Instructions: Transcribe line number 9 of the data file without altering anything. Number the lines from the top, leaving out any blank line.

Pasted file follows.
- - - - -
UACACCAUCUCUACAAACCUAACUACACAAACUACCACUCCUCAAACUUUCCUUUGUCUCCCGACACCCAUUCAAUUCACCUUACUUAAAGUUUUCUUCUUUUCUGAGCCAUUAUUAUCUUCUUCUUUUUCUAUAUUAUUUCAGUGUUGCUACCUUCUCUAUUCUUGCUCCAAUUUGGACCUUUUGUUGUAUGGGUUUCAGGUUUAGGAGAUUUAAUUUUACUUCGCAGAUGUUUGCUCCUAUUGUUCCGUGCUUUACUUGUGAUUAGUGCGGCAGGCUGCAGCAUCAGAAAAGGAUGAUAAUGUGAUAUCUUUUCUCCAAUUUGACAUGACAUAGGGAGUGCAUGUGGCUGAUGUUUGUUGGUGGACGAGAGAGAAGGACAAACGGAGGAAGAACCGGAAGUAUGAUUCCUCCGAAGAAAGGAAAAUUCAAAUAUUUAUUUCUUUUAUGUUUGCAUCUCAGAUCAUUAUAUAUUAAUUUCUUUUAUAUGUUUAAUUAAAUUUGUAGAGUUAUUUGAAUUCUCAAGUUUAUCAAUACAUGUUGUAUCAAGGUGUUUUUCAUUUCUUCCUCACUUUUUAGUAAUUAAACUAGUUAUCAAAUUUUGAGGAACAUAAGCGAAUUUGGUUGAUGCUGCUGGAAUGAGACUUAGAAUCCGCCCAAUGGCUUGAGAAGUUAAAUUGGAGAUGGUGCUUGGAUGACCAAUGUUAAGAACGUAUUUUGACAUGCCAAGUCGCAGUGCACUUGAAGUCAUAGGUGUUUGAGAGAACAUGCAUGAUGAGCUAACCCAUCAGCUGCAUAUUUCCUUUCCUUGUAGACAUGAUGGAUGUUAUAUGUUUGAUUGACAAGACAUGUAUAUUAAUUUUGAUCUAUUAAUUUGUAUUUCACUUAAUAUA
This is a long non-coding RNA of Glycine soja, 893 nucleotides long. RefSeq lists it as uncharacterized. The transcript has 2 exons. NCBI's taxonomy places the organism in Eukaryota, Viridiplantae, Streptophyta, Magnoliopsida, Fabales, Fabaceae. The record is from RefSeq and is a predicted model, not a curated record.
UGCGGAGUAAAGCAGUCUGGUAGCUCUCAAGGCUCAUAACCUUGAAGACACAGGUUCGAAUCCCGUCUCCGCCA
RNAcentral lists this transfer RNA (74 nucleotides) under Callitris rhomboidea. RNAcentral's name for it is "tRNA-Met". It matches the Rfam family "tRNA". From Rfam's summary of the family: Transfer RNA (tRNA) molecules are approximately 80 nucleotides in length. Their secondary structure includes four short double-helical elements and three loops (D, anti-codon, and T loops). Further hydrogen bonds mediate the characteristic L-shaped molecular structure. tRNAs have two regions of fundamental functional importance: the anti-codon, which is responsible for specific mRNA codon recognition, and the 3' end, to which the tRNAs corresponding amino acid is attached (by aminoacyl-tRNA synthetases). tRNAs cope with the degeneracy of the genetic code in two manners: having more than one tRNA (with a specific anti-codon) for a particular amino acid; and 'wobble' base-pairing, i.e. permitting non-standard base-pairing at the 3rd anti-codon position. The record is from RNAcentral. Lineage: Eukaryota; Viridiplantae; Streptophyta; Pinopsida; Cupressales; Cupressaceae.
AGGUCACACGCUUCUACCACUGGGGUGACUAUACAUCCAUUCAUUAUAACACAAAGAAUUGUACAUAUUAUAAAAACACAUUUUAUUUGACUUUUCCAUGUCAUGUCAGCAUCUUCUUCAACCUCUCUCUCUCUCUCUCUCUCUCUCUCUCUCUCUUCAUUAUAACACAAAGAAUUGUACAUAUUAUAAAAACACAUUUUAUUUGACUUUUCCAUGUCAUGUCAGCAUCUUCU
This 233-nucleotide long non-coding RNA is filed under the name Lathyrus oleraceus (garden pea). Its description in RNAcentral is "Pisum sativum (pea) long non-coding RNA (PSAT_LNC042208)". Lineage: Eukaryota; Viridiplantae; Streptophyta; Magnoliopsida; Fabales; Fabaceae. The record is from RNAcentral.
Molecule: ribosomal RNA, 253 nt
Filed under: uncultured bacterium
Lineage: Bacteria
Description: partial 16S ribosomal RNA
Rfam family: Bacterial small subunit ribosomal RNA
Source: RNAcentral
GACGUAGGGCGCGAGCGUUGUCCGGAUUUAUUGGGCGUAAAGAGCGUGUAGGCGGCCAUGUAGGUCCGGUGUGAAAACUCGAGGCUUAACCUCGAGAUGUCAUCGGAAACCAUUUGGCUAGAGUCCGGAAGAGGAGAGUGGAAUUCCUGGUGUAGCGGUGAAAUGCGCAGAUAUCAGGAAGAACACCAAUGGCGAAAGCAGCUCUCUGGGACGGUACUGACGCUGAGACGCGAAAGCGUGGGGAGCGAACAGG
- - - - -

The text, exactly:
Lineage: Bacteria